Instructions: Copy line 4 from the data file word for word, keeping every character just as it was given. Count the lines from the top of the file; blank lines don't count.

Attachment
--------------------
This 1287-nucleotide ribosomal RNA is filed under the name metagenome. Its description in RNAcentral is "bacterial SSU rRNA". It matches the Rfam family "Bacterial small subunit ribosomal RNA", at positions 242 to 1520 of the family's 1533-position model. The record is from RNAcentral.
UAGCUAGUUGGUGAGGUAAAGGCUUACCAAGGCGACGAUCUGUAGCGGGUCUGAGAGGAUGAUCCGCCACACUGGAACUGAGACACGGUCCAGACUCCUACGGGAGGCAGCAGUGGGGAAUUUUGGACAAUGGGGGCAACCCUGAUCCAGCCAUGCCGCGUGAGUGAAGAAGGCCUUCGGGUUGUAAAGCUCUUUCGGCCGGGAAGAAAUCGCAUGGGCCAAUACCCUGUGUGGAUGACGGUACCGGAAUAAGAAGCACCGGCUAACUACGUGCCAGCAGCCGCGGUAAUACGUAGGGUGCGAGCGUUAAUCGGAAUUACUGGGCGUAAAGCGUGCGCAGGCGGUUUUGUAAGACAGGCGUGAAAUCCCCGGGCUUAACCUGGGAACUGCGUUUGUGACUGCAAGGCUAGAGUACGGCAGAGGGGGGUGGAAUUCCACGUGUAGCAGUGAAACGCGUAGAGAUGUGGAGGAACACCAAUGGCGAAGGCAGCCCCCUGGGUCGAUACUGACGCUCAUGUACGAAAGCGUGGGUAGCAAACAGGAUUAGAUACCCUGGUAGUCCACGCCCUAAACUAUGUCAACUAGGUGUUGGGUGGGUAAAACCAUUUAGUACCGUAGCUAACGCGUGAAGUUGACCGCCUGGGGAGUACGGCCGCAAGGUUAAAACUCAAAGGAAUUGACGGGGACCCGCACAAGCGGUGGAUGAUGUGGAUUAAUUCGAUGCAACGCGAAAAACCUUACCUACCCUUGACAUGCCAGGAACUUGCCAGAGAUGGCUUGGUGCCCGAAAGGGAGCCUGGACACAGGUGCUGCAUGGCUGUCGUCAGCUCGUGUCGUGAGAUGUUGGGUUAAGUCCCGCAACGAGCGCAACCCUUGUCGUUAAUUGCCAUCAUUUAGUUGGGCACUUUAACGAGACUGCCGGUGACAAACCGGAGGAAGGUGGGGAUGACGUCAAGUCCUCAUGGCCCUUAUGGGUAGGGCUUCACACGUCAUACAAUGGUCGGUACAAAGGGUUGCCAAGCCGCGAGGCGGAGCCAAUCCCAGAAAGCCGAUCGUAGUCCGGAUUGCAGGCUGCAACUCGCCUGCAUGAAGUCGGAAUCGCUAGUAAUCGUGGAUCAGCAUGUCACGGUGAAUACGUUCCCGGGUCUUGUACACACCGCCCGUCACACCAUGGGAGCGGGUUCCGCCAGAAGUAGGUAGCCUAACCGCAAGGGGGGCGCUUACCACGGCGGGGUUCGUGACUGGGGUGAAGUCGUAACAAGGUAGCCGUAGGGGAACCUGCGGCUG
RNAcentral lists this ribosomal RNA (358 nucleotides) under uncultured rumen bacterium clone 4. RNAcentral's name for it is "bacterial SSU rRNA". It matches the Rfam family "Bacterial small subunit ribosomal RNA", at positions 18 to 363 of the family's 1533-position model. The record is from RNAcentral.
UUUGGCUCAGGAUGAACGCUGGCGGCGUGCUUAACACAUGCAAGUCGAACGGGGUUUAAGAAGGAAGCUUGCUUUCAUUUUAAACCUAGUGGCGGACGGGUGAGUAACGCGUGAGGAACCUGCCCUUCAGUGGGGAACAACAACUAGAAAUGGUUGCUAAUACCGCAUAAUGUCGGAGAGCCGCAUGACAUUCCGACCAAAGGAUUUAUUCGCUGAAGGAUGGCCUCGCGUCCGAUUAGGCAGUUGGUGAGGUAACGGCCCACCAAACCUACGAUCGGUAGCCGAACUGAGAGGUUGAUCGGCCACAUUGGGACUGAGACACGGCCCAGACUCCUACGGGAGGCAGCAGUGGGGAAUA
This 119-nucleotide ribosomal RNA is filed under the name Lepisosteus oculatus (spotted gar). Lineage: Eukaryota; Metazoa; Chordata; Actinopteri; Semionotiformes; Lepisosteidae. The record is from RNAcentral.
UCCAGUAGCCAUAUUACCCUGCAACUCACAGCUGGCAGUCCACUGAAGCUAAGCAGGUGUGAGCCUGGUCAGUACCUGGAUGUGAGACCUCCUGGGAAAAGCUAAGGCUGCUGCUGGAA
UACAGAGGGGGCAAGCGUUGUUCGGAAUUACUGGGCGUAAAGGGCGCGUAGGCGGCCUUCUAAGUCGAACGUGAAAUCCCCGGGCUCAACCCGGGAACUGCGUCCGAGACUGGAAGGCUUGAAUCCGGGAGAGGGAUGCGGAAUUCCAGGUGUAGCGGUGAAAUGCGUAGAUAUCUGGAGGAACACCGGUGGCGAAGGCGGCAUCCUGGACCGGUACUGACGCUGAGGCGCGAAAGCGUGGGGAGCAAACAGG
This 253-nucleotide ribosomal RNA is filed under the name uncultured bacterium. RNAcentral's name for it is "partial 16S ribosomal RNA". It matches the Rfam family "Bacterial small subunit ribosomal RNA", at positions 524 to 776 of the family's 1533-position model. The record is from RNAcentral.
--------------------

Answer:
UUUGGCUCAGGAUGAACGCUGGCGGCGUGCUUAACACAUGCAAGUCGAACGGGGUUUAAGAAGGAAGCUUGCUUUCAUUUUAAACCUAGUGGCGGACGGGUGAGUAACGCGUGAGGAACCUGCCCUUCAGUGGGGAACAACAACUAGAAAUGGUUGCUAAUACCGCAUAAUGUCGGAGAGCCGCAUGACAUUCCGACCAAAGGAUUUAUUCGCUGAAGGAUGGCCUCGCGUCCGAUUAGGCAGUUGGUGAGGUAACGGCCCACCAAACCUACGAUCGGUAGCCGAACUGAGAGGUUGAUCGGCCACAUUGGGACUGAGACACGGCCCAGACUCCUACGGGAGGCAGCAGUGGGGAAUA